CHAPTER XXV
DEPENDENTS

The application of the methods of voluntary insurance to the provision of social security is greatly complicated by the existence of the family. If every person in the country were responsible only for himself, it would be unnecessary to discuss what is to be done with respect to persons who have been dependent for their support upon a socially insured individual deceased, disabled, or unemployed. The dependents with whom the present chapter is to be concerned are children, women, and parents. The dependent women are principally widows, wives of husbands who are unable to support them, and women estranged from their husbands whether they are divorced, legally separated, or just separated. With women who are self- supporting or supported by a husband, this chapter is not directly concerned.

Before proceeding to a consideration of these several classes of dependents, attention should be directed to the fact that there is wide variation among workers with respect to their status as to dependents. At the one extreme is the individual who is responsible for only himself. It would be difficult to describe the other extreme, for a primary breadwinner may be responsible for a wife, children, parents, brothers, sisters, nephews, nieces, and grandchildren whether related by blood or marriage.

In private voluntary insurance the situation is simplified because the responsible breadwinner alone may be insured, and he himself determines who his beneficiaries are to be. Moreover, he generally has the right to change beneficiaries from time to time as family responsibilities change, and he can allow a policy to lapse or take its cash surrender value. If he so desires, he may have a policy made payable to his estate and direct the distribution of the proceeds by his will.

It is possible to devise a compulsory system of old-age inssurance that would protect the insured individual only. If he

-642-

Notes for this page

Add a new note
If you are trying to select text to create highlights or citations, remember that you must now click or tap on the first word, and then click or tap on the last word.
One moment ...
Default project is now your active project.
Project items

Items saved from this book

This book has been saved
Highlights (0)
Some of your highlights are legacy items.

Highlights saved before July 30, 2012 will not be displayed on their respective source pages.

You can easily re-create the highlights by opening the book page or article, selecting the text, and clicking “Highlight.”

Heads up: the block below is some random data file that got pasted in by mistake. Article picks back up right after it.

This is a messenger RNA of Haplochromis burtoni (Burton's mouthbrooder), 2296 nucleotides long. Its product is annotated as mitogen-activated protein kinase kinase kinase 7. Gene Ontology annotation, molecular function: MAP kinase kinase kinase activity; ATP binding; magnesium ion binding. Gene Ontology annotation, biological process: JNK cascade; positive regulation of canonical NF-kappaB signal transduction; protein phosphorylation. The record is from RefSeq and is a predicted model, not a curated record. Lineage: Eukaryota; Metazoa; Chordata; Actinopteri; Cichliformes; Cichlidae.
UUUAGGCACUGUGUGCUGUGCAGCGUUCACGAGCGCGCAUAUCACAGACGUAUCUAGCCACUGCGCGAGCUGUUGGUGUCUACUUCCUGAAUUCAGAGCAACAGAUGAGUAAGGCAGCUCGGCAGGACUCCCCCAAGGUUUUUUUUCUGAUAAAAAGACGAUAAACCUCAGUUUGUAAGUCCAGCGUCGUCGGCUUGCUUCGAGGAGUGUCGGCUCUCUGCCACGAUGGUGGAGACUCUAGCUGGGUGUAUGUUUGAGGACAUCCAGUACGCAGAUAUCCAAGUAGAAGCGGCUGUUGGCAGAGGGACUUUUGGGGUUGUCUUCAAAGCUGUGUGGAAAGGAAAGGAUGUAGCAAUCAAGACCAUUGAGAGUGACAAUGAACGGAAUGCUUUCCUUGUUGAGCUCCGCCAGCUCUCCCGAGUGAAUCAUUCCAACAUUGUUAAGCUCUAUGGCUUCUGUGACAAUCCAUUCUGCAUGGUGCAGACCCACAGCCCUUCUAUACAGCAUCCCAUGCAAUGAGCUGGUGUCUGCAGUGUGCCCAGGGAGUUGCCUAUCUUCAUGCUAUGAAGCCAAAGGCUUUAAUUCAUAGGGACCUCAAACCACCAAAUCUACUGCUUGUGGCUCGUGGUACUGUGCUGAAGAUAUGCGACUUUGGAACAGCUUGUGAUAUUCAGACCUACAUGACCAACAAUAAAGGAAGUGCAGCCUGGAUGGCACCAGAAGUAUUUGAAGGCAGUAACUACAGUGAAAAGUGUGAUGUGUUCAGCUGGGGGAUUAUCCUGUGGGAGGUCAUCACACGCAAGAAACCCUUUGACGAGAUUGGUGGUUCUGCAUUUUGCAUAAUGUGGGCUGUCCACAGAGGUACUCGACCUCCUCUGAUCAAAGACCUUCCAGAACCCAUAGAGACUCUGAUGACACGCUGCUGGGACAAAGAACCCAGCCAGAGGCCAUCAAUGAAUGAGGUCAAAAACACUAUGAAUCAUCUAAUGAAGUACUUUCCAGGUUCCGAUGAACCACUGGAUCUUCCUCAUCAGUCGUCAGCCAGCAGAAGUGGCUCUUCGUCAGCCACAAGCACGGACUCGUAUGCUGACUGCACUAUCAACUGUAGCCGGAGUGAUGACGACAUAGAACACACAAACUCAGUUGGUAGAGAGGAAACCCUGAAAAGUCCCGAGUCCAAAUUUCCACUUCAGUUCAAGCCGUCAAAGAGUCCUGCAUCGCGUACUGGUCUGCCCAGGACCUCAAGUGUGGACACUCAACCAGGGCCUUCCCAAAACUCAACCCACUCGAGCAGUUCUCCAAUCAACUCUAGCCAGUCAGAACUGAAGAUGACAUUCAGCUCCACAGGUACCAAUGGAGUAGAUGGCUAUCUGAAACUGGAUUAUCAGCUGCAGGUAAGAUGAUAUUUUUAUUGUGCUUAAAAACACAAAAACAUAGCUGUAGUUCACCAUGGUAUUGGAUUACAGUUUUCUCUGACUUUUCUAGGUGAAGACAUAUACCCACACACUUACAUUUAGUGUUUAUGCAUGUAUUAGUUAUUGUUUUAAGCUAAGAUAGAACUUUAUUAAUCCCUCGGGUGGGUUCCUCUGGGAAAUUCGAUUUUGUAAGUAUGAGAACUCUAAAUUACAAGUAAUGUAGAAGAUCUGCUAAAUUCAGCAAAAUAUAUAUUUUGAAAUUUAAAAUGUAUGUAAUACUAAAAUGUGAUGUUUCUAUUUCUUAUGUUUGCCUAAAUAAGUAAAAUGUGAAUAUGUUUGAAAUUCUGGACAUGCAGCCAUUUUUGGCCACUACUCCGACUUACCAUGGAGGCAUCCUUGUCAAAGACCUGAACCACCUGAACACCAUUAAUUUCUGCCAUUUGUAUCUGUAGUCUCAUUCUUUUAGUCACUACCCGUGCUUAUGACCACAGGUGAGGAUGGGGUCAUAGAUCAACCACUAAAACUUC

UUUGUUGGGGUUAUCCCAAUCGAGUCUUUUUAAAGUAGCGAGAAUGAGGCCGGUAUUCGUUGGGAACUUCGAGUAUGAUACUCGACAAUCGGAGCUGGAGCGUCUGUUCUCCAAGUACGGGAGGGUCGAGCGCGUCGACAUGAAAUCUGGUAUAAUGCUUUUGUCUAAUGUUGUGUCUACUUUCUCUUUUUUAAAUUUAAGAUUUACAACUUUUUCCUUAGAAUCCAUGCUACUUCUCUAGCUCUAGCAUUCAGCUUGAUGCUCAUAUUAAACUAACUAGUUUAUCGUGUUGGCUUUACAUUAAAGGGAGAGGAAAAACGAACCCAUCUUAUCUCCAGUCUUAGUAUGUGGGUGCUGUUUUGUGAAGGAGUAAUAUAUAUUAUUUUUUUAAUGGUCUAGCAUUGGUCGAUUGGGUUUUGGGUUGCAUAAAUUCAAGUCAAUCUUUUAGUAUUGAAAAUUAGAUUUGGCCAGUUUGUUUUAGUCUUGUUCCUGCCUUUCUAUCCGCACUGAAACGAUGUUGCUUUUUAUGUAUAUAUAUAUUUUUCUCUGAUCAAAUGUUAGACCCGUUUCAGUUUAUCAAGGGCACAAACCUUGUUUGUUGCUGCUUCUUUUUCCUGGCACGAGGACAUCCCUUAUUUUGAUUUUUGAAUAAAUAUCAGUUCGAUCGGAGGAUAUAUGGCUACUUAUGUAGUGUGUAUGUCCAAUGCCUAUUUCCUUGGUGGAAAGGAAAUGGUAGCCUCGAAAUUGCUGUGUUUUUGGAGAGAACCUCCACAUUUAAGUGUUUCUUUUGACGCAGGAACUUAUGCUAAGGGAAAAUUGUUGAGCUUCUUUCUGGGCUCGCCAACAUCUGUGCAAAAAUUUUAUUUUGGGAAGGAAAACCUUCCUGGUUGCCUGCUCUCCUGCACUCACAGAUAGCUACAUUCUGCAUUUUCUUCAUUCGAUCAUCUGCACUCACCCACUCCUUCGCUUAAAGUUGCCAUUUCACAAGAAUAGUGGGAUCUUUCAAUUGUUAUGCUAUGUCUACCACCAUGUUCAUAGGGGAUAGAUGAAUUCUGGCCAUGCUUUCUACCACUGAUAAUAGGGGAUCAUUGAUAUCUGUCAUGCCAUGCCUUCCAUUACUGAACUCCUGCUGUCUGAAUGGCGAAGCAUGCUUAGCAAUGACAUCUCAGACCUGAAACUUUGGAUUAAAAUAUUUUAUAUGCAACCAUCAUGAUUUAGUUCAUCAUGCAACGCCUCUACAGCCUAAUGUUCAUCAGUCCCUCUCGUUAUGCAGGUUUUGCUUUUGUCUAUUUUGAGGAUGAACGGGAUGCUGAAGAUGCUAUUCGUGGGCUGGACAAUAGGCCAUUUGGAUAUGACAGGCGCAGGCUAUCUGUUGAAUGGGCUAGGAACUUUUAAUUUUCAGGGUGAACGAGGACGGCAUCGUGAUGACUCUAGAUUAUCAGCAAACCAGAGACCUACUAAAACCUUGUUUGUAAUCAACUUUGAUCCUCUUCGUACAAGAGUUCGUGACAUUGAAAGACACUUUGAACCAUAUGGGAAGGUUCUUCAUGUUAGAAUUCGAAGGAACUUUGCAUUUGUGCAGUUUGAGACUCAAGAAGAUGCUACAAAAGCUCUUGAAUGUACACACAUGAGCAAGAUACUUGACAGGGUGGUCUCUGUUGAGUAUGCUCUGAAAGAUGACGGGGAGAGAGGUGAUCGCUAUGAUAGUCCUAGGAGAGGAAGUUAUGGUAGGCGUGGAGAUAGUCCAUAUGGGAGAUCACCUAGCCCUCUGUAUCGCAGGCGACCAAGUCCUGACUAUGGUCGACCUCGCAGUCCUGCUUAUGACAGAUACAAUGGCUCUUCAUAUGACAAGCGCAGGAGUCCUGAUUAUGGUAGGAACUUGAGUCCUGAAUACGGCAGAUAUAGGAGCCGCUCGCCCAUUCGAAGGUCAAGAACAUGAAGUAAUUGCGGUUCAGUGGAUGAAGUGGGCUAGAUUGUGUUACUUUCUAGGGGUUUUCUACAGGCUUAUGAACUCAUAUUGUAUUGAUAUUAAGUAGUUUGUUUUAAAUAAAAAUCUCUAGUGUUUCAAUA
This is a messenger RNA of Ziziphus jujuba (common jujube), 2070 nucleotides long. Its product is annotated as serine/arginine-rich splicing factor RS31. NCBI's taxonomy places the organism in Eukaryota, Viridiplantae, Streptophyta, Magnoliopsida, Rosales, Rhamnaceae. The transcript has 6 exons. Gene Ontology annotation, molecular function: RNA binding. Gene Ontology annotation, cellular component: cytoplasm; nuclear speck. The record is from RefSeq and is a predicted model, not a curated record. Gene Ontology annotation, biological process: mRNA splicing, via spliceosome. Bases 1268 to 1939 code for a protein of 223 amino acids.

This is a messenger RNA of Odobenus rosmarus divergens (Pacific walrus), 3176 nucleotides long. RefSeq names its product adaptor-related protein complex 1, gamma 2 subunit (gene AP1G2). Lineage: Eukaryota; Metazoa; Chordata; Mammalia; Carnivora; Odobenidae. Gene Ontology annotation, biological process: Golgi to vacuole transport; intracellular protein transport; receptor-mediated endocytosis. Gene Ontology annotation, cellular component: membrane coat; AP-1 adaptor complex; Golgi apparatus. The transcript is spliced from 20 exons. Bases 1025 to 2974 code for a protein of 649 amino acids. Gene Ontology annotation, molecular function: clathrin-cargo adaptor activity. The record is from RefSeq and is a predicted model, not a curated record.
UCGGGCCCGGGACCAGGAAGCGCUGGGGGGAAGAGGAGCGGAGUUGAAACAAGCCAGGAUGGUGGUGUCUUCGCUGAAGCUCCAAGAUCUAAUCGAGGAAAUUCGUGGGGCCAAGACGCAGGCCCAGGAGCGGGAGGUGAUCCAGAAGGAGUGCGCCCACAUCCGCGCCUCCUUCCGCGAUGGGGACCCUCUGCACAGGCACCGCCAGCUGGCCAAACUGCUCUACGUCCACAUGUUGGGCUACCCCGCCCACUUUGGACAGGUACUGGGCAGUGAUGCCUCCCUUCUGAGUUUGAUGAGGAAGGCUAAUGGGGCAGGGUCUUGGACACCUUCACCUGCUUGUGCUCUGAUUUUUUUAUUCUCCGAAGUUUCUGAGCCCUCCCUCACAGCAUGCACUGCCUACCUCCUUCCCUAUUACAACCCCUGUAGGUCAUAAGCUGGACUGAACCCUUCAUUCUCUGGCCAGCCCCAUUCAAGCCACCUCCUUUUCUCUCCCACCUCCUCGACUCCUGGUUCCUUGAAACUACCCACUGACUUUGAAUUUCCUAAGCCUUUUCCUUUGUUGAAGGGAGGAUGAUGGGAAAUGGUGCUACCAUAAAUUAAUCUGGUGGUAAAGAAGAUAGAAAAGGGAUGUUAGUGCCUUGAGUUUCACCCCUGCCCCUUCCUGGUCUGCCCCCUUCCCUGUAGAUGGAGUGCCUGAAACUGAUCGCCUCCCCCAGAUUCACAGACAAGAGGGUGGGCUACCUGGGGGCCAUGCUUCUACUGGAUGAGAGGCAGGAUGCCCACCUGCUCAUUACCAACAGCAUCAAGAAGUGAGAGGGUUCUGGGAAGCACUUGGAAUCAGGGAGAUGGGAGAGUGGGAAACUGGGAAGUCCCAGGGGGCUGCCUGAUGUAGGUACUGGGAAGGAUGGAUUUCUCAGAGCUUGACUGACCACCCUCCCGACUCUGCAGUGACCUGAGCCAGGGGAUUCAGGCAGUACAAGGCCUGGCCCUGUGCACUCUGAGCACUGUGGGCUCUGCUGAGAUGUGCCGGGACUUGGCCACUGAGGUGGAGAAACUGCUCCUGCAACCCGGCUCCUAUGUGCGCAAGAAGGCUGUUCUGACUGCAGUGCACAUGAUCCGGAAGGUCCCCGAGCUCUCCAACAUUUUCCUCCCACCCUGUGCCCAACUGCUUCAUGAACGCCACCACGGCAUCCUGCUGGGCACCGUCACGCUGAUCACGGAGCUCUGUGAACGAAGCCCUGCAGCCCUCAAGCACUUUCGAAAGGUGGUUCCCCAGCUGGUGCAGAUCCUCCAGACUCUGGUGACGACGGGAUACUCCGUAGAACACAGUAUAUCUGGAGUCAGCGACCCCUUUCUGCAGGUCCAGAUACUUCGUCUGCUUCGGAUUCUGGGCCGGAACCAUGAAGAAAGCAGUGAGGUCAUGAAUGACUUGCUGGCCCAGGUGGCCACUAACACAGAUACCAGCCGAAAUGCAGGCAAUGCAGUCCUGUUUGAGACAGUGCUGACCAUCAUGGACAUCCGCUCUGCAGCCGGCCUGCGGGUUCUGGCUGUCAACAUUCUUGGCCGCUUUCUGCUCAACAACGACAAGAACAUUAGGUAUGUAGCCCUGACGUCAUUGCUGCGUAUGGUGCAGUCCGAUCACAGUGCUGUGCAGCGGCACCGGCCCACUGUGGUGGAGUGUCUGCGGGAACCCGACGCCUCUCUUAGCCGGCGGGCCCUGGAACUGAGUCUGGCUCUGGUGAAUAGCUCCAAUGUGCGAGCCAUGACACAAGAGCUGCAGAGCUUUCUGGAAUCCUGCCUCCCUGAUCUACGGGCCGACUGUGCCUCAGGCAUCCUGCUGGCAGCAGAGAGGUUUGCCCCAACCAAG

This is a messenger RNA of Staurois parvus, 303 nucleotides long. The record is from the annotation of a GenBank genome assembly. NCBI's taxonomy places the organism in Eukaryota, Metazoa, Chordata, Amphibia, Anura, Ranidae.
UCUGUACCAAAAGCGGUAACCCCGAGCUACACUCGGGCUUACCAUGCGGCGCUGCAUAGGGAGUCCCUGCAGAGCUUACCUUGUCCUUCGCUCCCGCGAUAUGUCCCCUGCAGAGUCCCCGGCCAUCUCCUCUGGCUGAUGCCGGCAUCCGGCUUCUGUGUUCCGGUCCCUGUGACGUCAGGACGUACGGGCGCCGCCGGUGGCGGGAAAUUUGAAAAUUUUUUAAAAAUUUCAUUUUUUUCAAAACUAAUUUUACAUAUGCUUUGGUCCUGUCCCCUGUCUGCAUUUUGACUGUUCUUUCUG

Citations (0)
Some of your citations are legacy items.

Any citation created before July 30, 2012 will labeled as a “Cited page.” New citations will be saved as cited passages, pages or articles.

We also added the ability to view new citations from your projects or the book or article where you created them.

Notes (0)
Bookmarks (0)

You have no saved items from this book

Project items include:
  • Saved book/article
  • Highlights
  • Quotes/citations
  • Notes
  • Bookmarks
Notes
Cite this page

Cited page

Style
Citations are available only to our active members.
Sign up now to cite pages or passages in MLA, APA and Chicago citation styles.

(Einhorn, 1992, p. 25)

(Einhorn 25)

1

1. Lois J. Einhorn, Abraham Lincoln, the Orator: Penetrating the Lincoln Legend (Westport, CT: Greenwood Press, 1992), 25, http://www.questia.com/read/27419298.

Cited page

Bookmark this page
Relief and Social Security
Table of contents

Table of contents

Settings

Settings

Typeface
Text size Smaller Larger Reset View mode
Search within

Search within this book

Look up

Look up a word

  • Dictionary
  • Thesaurus
Please submit a word or phrase above.
Print this page

Print this page

Why can't I print more than one page at a time?

Full screen
/ 914

matching results for page

Cited passage

Style
Citations are available only to our active members.
Sign up now to cite pages or passages in MLA, APA and Chicago citation styles.

"Portraying himself as an honest, ordinary person helped Lincoln identify with his audiences." (Einhorn, 1992, p. 25).

"Portraying himself as an honest, ordinary person helped Lincoln identify with his audiences." (Einhorn 25)

"Portraying himself as an honest, ordinary person helped Lincoln identify with his audiences."1

1. Lois J. Einhorn, Abraham Lincoln, the Orator: Penetrating the Lincoln Legend (Westport, CT: Greenwood Press, 1992), 25, http://www.questia.com/read/27419298.

Cited passage

Welcome to the new Questia Reader

The Questia Reader has been updated to provide you with an even better online reading experience.  It is now 100% Responsive, which means you can read our books and articles on any sized device you wish.  All of your favorite tools like notes, highlights, and citations are still here, but the way you select text has been updated to be easier to use, especially on touchscreen devices.  Here's how:

1. Click or tap the first word you want to select.
2. Click or tap the last word you want to select.

OK, got it!

Thanks for trying Questia!

Please continue trying out our research tools, but please note, full functionality is available only to our active members.

Your work will be lost once you leave this Web page.

For full access in an ad-free environment, sign up now for a FREE, 1-day trial.

Already a member? Log in now.